The new, improved Dragonfly is a galactic gas detector


By James Shelton, with notes from Meaghan MacSween

Deborah Lokhorst assembling the pathfinder version of the upgrade to the Dragonfly Telephoto Array with specialized filters to detect faint emission from extragalactic gas. Credit: Bob Abraham.

The Dragonfly telescope is undergoing a metamorphosis.

For the past decade, the Dragonfly Telephoto Array — designed by The University of Toronto’s Roberto Abraham and Yale’s Pieter van Dokkum — has conducted groundbreaking science by detecting faint starlight within dimly lit parts of the night sky. The telescope uses clusters of telephoto lenses to create images, much the way a dragonfly’s eyes gather visual data.

The telescope has spotted previously unseen “fluffy” galaxies, diffuse dwarf galaxies, and galaxies with little to no dark matter.

Now, Dragonfly is setting its sights on extragalactic gas.

With the help of a special filter mounted in front of each lens, the Dragonfly telescope is able to block most of the light being emitted by stars — leaving just the faint glow produced by ionized gas. University of Toronto graduate student Deborah Lokhorst designed and built a “pathfinder” version of the new telescope, with three lenses instead of the original Dragonfly’s 48 lenses, as a proof-of-concept device.

The results are even better than expected, the researchers say.

An image of the M81 and M82 galaxies where emission from ionized gas is red-coloured, showcasing a giant umbrella-shaped cloud of gas above the M82 galaxy (the “H-alpha shell”). Credit: Deborah Lokhorst.

“Dragonfly is going to provide a completely new view of the Universe,” explains Lokhorst. “The upgrade will reveal ionized gas clouds surrounding galaxies on a scale that has never been done before.”

In a pair of new studies, the Dragonfly team describes previously-hidden features within the gas surrounding a nearby group of galaxies. The researchers chose this area, in part, because it has been studied by other telescopes and provides a number of established, celestial signposts to gauge Dragonfly’s accuracy.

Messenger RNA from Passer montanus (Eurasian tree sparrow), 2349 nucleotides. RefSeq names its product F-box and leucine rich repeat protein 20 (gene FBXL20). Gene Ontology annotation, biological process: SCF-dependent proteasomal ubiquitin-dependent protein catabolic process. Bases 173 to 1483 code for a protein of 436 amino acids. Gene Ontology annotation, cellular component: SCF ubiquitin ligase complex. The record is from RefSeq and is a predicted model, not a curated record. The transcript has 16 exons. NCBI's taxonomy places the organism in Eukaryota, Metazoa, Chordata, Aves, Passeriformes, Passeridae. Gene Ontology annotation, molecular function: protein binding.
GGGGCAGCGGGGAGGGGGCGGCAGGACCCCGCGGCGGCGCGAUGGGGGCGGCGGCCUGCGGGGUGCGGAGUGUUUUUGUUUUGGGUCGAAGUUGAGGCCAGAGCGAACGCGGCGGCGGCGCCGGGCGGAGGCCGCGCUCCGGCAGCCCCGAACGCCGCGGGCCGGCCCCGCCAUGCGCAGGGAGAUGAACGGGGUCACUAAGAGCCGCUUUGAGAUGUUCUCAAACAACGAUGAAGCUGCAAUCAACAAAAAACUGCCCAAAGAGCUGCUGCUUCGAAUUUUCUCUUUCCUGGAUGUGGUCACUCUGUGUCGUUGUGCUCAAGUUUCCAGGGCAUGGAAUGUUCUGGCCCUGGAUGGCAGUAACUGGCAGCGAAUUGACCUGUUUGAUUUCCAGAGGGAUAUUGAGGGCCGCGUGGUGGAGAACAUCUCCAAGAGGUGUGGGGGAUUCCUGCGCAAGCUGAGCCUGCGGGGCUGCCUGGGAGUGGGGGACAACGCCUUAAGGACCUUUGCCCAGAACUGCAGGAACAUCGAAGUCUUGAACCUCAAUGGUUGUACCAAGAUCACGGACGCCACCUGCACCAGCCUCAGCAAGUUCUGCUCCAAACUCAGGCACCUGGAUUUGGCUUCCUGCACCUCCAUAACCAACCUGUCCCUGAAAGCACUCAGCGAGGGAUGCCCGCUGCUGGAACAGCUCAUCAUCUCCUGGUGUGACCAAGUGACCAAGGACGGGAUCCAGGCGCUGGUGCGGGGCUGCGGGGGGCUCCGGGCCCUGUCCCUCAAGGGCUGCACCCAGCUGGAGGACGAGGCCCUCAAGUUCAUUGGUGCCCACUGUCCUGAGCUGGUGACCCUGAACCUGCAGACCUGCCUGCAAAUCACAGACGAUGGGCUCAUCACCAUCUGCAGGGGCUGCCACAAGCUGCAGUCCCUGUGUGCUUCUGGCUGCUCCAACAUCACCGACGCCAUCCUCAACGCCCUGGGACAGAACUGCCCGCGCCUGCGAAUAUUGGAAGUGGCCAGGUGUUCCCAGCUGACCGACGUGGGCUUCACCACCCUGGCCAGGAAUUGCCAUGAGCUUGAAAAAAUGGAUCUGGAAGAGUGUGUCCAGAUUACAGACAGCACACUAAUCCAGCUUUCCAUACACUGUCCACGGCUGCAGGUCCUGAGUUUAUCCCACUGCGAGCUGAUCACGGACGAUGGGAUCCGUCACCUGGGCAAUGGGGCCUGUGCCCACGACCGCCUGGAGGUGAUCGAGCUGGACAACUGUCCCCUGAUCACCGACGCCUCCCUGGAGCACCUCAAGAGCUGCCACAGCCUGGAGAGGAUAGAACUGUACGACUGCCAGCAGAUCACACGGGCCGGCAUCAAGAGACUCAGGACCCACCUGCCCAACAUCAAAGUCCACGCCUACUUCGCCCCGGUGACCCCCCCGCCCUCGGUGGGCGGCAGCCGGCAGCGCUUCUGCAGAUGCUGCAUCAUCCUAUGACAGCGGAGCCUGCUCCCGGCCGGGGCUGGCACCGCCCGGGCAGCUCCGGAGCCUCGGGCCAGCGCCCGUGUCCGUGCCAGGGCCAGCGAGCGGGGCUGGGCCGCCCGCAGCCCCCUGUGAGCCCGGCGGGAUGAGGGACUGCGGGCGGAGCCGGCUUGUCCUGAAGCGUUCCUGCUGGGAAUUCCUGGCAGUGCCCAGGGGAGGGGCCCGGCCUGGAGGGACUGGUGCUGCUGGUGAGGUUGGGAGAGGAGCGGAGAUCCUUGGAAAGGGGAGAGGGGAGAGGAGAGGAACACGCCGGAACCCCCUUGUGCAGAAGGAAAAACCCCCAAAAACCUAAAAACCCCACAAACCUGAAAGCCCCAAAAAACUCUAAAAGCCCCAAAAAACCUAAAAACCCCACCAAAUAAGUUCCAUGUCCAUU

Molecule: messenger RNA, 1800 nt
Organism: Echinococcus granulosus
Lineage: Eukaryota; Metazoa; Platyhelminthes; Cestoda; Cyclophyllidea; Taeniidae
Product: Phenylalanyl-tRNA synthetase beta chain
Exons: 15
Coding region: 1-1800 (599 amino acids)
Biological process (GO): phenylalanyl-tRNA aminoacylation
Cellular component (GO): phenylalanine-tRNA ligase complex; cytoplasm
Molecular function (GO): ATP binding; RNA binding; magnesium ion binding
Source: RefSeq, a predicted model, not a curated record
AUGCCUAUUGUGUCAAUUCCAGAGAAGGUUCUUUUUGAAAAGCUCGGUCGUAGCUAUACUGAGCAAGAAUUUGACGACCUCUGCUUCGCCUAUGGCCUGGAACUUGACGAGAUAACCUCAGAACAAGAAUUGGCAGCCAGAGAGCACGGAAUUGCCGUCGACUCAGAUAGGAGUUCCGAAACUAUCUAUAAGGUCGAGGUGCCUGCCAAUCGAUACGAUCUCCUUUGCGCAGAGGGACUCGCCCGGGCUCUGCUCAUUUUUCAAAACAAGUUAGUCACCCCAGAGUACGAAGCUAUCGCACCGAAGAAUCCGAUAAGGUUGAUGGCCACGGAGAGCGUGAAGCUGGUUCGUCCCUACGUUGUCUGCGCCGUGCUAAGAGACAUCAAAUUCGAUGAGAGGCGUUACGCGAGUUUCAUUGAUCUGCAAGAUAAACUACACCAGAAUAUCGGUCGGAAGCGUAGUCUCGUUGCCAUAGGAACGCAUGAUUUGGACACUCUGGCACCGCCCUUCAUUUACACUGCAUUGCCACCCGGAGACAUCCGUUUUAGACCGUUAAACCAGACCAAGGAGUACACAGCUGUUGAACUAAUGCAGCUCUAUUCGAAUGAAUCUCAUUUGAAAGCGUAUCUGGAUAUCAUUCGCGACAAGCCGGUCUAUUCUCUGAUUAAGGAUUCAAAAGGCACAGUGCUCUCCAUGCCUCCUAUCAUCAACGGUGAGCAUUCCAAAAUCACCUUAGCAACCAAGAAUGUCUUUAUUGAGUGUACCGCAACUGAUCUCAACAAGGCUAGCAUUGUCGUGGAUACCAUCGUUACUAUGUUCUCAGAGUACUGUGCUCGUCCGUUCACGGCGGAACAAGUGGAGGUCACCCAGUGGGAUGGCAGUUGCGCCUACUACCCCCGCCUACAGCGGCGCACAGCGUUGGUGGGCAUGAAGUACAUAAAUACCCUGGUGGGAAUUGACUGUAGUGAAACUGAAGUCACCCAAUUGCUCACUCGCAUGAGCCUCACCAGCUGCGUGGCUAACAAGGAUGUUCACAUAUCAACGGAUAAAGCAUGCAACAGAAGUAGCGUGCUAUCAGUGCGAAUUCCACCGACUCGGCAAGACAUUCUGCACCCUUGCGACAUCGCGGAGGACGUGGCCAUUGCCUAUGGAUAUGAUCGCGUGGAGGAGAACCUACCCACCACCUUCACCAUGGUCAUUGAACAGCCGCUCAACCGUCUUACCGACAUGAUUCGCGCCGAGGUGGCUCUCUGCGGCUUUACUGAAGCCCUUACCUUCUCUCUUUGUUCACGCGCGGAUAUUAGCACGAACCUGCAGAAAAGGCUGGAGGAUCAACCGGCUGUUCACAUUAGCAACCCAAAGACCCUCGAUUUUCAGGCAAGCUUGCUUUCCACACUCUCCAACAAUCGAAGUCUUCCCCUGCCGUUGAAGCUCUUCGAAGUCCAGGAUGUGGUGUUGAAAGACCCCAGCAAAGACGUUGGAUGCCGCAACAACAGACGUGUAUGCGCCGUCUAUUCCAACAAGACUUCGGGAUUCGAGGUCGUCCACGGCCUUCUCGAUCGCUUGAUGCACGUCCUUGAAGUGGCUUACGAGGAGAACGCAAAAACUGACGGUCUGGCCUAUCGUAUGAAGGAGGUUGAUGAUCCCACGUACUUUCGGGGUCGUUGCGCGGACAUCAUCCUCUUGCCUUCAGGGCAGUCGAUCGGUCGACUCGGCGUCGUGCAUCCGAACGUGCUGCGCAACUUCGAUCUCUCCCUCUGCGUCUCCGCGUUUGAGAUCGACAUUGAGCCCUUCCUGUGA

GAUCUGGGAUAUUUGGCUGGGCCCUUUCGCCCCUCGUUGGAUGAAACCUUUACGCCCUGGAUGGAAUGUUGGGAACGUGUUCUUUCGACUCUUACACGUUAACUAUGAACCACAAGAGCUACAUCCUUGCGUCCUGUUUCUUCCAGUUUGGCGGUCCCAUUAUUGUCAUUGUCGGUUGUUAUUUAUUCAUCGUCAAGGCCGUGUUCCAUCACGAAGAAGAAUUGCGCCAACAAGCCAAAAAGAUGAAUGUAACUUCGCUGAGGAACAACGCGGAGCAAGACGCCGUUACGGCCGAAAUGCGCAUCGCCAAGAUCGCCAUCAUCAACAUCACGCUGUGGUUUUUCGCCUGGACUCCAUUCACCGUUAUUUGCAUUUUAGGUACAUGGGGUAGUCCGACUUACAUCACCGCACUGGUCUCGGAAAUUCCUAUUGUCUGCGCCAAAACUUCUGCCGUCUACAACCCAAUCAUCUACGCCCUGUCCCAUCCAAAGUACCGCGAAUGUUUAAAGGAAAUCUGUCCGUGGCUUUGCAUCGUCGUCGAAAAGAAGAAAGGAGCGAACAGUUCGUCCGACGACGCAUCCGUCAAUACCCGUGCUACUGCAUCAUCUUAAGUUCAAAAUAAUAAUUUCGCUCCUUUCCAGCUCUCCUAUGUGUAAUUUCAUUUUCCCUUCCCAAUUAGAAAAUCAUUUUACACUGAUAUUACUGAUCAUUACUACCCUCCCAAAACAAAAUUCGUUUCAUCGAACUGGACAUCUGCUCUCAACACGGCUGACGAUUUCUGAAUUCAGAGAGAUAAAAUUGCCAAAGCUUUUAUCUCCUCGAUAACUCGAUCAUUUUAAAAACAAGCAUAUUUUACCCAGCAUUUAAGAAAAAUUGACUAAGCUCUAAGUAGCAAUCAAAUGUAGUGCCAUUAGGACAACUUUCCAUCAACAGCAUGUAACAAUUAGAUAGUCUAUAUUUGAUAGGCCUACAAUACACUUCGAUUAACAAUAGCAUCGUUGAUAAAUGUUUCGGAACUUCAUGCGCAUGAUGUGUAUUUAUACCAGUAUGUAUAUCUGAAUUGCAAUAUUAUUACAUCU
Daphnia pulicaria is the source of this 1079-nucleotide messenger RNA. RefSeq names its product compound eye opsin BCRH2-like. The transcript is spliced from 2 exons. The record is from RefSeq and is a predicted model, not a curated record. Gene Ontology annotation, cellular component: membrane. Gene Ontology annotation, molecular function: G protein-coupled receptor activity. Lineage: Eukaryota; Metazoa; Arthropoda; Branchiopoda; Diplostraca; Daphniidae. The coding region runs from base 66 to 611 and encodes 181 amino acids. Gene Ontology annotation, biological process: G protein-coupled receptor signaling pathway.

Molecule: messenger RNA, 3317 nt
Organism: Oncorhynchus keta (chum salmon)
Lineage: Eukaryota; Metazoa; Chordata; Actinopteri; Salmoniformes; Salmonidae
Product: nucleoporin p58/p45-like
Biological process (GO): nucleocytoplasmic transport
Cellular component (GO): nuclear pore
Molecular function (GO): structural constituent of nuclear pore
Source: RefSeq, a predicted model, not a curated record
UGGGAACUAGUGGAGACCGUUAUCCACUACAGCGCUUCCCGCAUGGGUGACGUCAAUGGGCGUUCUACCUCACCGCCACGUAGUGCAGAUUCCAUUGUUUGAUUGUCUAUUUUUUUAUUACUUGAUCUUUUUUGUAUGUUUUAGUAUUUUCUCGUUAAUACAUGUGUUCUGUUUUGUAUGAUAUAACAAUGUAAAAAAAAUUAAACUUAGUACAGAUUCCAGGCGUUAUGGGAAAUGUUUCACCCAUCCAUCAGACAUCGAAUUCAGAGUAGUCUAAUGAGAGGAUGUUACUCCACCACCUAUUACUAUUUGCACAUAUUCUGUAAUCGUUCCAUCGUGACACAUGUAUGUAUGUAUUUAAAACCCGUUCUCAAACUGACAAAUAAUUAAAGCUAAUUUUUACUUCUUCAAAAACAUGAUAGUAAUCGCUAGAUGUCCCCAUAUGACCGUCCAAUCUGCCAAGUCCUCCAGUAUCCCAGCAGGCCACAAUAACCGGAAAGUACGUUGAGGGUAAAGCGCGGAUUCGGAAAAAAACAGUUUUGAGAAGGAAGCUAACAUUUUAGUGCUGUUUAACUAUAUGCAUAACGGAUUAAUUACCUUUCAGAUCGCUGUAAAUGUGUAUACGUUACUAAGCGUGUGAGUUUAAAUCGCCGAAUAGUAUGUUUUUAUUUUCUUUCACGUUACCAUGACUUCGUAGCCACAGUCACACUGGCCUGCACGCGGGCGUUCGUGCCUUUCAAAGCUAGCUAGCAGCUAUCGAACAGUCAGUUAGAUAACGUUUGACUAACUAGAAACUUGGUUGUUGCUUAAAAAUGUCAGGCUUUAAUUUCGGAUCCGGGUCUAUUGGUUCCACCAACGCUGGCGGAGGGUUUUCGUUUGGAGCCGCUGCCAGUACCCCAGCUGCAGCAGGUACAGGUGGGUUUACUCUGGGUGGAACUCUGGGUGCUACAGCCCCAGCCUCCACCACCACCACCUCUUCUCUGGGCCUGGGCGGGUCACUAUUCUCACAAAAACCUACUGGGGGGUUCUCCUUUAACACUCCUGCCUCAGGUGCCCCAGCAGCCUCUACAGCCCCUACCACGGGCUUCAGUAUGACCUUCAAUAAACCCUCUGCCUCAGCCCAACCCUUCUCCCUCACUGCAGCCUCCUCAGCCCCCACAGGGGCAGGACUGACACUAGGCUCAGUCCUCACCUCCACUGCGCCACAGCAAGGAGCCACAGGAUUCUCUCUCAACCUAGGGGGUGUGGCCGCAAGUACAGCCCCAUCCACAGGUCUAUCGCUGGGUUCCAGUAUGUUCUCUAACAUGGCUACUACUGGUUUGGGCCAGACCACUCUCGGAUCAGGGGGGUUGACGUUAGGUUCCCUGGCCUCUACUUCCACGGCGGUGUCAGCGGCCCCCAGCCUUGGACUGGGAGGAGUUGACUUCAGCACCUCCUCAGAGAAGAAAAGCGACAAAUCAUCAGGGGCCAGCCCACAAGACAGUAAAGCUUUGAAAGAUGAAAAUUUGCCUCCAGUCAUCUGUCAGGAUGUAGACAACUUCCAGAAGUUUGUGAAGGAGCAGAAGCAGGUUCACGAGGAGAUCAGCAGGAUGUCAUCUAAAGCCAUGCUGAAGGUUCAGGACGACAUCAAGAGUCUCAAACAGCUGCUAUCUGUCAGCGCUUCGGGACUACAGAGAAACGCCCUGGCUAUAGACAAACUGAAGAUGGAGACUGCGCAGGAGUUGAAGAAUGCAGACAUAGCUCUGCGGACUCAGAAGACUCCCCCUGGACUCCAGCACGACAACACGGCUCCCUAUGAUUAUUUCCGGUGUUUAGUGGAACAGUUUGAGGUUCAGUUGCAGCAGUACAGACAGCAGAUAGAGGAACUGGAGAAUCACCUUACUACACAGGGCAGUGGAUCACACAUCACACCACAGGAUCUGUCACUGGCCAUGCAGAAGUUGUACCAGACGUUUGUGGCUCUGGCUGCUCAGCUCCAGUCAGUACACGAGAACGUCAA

“The Messier 82 galaxy group is known to have an abundance of gas moving in and out of these galaxies – which is what our new instrument is specialized for,” explains co-author Seery Chen, a University of Toronto graduate student who worked on the new Dragonfly’s instrumentation. “By revisiting these well studied galaxies, we were able to detect gas that had never been detected before.”

Although it has long been known that gas is the fuel for creating stars and planets in galaxies, the ways in which this gas actually gets into and out of galaxies are not well understood. Being able to isolate images of gas structures around galaxies has become a priority for researchers.

The first study, which is published in the Astrophysical Journal, describes a giant cloud of ionized gas — larger than the full moon in the night sky. Although the cloud’s origin remains a mystery, the researchers theorize that it may have been pulled away from Messier 82 during a close encounter with its larger, companion galaxy, Messier 81, or blown away from Messier 82 by strong “superwinds.”

Zoom in on the newly forming tidal dwarf galaxy, which appears like a clump of gas at the edge of the disk of the M82 galaxy (the red-coloured regions are emission from ionized gas). Credit: Deborah Lokhorst.

“This cloud had never been seen before,” says Lokhorst. “Our image was the first with the sensitivity required and a wide enough field of view to detect it. We almost didn’t believe it was real!”

Yale graduate student Imad Pasha is first author of a companion study, published in The Astrophysical Journal Letters. That study describes a developing dwarf galaxy forming in a tidal arm of the galaxy Messier 82. Essentially, a new galaxy is being formed by the gas ripped away from Messier 82 when it flew past its neighbor, Messier 81.

“This type of galaxy is difficult to detect by traditional observations,” said Pasha. “We may well find more of these ‘baby’ galaxies around well-studied groups in the future.”

Now that the Dragonfly “pathfinder” has proven to be successful, the researchers are building a bigger Dragonfly Spectral Line Mapper instrument with 120 lenses. The telescope is being assembled over the next year in New Mexico.

Chen says that part of the project’s ethos is to conduct groundbreaking science using readily-available materials — including commercially-available telephoto lenses.

Eventually, she explains, the team plans to make the instrument design and all of its data open-sourced and available to other researchers.

“It makes science more accessible to more people.”

Co-authors of the new studies include Yale graduate students Tim Miller, Erin Lippitt, Ava Polzin, Zili Shen, and Michael Keim, and former Yale researchers Shany Danieli, now at Princeton, and Allison Merritt, now at the Max-Planck-Institut für Astronomie in Germany.



For additional information, contact:
Meaghan MacSween
Communications Officer, Dunlap Institute for Astronomy & Astrophysics
University of Toronto 


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